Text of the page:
Extract strings from Gutenberg blocks for translations

While developing my first more complex blocks I ran into different issues. One of them was extracting the strings for my translations. In my previous blog post I showed you how to get those strings for PHP files. Those methods also work for the JavaScript files as the use “the same functions”, or at least aliases that have the same name.

Translate strings in a Gutenberg block

Let’s start to look at an example of a string translation in a block. This example comes straight from the Create a Block Tutorial and shows an “Edit” component:

import { TextControl } from '@wordpress/components';
import { __ } from '@wordpress/i18n';
 
export default function Edit( { attributes, className, setAttributes } ) {
    return (
        <div className={ className }>
            <TextControl
                label={ __( 'Message', 'gutenpride' ) }
                value={ attributes.message }
                onChange={ ( val ) => setAttributes( { message: val } ) }
            />
        </div>
    );
}

The __ function is imported from the @wordpress/i18n component. This code works perfectly fine for translating the string in line 8. It only fails when you try to extract this string into PO file.

Compiled JavaScript file

But why does this example not work when trying to extract the strings? When you work with components like this you usually split up your JavaScript code into multiple files. You then import all those files into a main JavaScript file and then you build the JavaScript file that is used in the browser with something like @wordpress/scripts like explained in the JavaScript Build Setup chapter. This will then create a file build/index.js and the string from the example above will look like this:

// ...
/* harmony import */ var _wordpress_i18n__WEBPACK_IMPORTED_MODULE_2__ = __webpack_require__(/*! @wordpress/i18n */ "@wordpress/i18n");
// ...
function Edit(_ref) {
  var attributes = _ref.attributes,
      className = _ref.className,
      setAttributes = _ref.setAttributes;
  return Object(_wordpress_element__WEBPACK_IMPORTED_MODULE_0__["createElement"])("div", {
    className: className
  }, Object(_wordpress_element__WEBPACK_IMPORTED_MODULE_0__["createElement"])(_wordpress_components__WEBPACK_IMPORTED_MODULE_1__["TextControl"], {
    label: Object(_wordpress_i18n__WEBPACK_IMPORTED_MODULE_2__["__"])('Message', 'block-i18n'),
    value: attributes.message,
    onChange: function onChange(val) {
      return setAttributes({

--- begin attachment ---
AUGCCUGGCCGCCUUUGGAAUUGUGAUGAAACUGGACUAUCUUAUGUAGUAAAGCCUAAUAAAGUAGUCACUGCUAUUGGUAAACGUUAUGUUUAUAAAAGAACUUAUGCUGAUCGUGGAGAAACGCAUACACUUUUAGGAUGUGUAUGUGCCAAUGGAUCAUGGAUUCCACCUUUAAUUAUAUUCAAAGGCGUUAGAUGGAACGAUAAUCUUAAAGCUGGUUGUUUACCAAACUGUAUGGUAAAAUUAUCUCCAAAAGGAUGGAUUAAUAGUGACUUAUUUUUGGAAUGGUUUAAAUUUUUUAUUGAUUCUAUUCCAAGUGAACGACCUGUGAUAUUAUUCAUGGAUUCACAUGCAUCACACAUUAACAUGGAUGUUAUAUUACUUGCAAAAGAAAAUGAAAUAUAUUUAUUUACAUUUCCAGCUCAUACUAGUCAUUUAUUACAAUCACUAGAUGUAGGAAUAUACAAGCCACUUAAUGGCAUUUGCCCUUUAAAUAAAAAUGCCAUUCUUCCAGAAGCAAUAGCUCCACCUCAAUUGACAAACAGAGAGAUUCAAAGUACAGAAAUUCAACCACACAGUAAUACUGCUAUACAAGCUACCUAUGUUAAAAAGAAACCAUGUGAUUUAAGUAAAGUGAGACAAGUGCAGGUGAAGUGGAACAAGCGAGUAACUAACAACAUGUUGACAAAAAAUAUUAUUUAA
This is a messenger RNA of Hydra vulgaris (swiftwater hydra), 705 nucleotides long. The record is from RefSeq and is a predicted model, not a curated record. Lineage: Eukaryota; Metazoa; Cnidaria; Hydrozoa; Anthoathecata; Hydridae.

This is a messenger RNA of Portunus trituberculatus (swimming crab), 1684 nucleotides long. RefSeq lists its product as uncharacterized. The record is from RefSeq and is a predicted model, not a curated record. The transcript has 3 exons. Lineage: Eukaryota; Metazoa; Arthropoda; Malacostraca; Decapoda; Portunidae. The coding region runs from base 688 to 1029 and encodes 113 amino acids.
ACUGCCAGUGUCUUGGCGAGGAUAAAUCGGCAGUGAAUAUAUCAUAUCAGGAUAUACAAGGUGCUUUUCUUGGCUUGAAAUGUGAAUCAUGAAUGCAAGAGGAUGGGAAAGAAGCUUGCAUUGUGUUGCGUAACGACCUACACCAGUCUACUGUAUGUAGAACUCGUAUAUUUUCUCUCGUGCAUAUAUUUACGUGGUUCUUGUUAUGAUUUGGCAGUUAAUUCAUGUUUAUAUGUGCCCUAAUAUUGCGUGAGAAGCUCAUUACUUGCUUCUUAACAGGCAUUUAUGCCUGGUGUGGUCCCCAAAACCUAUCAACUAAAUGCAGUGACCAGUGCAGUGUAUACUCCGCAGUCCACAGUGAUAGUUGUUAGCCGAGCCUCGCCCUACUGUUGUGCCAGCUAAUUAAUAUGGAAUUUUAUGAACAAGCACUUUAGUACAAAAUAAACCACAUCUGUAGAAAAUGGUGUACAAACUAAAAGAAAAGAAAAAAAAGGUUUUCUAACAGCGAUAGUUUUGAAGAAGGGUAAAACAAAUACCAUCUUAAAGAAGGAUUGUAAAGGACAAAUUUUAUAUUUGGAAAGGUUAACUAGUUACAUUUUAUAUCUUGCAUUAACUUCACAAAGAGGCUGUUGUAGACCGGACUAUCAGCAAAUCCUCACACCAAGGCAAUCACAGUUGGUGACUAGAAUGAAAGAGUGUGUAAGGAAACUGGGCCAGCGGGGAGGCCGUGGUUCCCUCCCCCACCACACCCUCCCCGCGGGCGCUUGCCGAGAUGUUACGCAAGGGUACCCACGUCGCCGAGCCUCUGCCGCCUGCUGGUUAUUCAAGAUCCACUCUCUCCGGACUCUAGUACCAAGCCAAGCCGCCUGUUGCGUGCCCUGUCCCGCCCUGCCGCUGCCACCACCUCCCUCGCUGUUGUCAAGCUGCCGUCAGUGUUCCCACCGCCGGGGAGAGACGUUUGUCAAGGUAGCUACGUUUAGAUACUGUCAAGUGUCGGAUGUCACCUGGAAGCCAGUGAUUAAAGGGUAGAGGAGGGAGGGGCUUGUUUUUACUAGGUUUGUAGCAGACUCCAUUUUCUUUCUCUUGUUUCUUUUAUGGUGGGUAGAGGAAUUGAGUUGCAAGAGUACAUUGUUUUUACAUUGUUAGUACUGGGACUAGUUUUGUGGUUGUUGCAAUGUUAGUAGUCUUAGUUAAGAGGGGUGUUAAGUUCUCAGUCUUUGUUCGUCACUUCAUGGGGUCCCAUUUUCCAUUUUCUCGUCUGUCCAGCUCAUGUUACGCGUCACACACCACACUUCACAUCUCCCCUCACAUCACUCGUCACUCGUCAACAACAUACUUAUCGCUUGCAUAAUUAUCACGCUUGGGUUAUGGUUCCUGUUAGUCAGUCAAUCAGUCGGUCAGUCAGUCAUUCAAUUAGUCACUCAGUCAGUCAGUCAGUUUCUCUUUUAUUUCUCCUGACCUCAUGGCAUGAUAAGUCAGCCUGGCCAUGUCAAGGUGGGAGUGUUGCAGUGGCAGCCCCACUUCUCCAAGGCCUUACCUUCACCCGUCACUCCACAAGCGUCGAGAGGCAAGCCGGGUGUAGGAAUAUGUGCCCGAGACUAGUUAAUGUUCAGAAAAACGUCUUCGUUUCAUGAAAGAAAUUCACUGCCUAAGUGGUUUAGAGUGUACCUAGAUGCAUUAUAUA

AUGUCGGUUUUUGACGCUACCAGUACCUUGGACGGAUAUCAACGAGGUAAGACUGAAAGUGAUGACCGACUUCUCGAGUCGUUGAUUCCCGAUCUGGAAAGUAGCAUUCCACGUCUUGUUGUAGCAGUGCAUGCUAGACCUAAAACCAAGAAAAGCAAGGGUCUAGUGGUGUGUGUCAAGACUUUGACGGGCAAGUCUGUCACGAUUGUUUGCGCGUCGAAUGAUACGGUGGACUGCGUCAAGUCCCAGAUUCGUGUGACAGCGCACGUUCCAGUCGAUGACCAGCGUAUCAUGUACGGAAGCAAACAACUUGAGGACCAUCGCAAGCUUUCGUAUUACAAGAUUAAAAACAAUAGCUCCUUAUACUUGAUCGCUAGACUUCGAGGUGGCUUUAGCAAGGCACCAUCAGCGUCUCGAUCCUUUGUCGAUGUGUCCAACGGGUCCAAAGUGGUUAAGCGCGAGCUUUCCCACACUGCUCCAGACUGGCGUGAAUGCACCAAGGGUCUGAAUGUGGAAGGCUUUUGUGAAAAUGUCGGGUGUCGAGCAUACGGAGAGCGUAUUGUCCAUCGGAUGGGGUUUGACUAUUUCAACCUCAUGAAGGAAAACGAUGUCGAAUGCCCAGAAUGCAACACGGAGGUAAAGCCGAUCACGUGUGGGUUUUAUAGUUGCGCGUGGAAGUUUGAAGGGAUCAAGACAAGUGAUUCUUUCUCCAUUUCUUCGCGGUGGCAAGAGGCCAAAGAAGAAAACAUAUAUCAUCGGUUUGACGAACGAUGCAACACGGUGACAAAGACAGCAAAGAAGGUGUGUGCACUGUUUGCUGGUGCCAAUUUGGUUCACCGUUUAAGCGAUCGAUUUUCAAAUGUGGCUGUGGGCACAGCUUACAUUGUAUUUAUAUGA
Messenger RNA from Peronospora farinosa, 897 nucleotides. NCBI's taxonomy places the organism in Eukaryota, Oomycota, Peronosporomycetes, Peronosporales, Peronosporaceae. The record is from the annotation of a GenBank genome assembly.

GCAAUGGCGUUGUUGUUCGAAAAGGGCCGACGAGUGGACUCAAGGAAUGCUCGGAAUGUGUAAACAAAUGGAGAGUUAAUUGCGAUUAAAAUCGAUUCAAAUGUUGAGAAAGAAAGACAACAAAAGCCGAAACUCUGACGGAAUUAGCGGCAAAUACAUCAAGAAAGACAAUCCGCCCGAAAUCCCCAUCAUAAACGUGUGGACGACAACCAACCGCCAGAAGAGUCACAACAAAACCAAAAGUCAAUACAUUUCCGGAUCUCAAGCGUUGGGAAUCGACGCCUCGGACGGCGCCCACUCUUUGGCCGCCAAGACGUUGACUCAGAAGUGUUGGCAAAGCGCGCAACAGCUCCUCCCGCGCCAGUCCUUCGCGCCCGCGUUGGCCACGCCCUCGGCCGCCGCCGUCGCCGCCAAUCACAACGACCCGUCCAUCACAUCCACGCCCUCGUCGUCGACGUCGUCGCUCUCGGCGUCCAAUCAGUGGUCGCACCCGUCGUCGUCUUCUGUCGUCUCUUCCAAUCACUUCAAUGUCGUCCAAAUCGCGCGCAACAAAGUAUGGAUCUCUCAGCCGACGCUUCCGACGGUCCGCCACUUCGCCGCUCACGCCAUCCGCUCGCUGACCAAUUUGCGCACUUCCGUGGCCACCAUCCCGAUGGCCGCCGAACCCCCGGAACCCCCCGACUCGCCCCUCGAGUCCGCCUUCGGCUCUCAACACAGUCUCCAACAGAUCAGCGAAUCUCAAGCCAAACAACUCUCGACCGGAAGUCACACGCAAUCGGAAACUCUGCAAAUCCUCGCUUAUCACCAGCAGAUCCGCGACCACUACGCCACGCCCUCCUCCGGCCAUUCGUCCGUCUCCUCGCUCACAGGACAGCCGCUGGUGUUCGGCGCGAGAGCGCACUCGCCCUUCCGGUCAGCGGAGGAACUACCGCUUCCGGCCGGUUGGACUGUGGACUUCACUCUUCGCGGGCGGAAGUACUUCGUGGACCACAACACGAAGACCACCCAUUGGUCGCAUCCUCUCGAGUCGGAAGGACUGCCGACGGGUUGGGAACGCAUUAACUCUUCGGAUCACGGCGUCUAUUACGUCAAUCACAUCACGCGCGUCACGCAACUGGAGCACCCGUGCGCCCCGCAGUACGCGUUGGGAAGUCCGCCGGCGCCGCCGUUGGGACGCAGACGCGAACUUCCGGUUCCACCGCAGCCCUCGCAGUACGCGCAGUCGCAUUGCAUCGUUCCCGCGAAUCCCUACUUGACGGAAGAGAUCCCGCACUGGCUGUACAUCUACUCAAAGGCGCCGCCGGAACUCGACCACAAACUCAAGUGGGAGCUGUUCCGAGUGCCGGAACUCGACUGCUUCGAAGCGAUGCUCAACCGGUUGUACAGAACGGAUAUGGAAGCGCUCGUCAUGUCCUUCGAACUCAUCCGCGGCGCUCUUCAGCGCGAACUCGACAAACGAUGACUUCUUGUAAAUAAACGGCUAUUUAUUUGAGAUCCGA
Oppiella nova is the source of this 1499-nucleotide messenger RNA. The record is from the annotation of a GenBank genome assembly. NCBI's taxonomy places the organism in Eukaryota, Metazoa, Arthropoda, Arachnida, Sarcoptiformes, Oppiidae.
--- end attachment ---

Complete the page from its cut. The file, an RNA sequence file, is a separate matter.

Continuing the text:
message: val
      });
    }
  }));
}

In line 11 we will find the string again. But it’s not wrapped in a plain __ function. Instead the complied JavaScript files uses some weird function names from the components imported by webpack. As this function/syntax is not known to the wp i18n make-pot command or the X-Poedit-KeywordsList that Poedit is using, the string will not be found when parsing the files.

Solution: Use a different syntax to import components

There is an easy fix for that. You can import components in different ways. Simply replace the import of the i18n functions in line 2 with this “import”:

const { __ } = wp.i18n;

This will then result in the following complied JavaScript file which will use the plain __ function (in line 10) that is known to the parser:

// ...
var __ = wp.i18n.__;
function Edit(_ref) {
  var attributes = _ref.attributes,
      className = _ref.className,
      setAttributes = _ref.setAttributes;
  return Object(_wordpress_element__WEBPACK_IMPORTED_MODULE_0__["createElement"])("div", {
    className: className
  }, Object(_wordpress_element__WEBPACK_IMPORTED_MODULE_0__["createElement"])(_wordpress_components__WEBPACK_IMPORTED_MODULE_1__["TextControl"], {
    label: __('Message', 'block-i18n'),
    value: attributes.message,
    onChange: function onChange(val) {
      return setAttributes({
        message: val
      });
    }
  }));
}

Interestingly, when I removed the import without replacing it, it worked as well. That might be due to the fact that the __ function was already imported by another import and was therefor available. But I would recommend to always define which external components and functions you use in your own JavaScript files. In the same way you can also replace the first line like this:

const { TextControl } = wp.components;

Other tutorials always use this method to import components from WordPress/Gutenberg, so I would highly recommend to do it like this as well. I haven’t had an issue with them and the result complied JavaScript files were even a little smaller in size.

Conclusion

Translating strings in a Gutenberg block (or similar JavaScript code for WordPress) is super easy, as you can simply use the same functions you already know from PHP. But if you do the imports “wrong”, extracting the strings for Poedit does not work.

As I have seen some plugins who do it this way and still have working translations there might be a way to extract them anyways. If you know how they do it, I would highly appreciate if you can leave a comment explaining us, how it works.

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Bernhard is a full time web developer who likes to write WordPress plugins in his free time and is an active member of the WP Meetups in Berlin and Potsdam.

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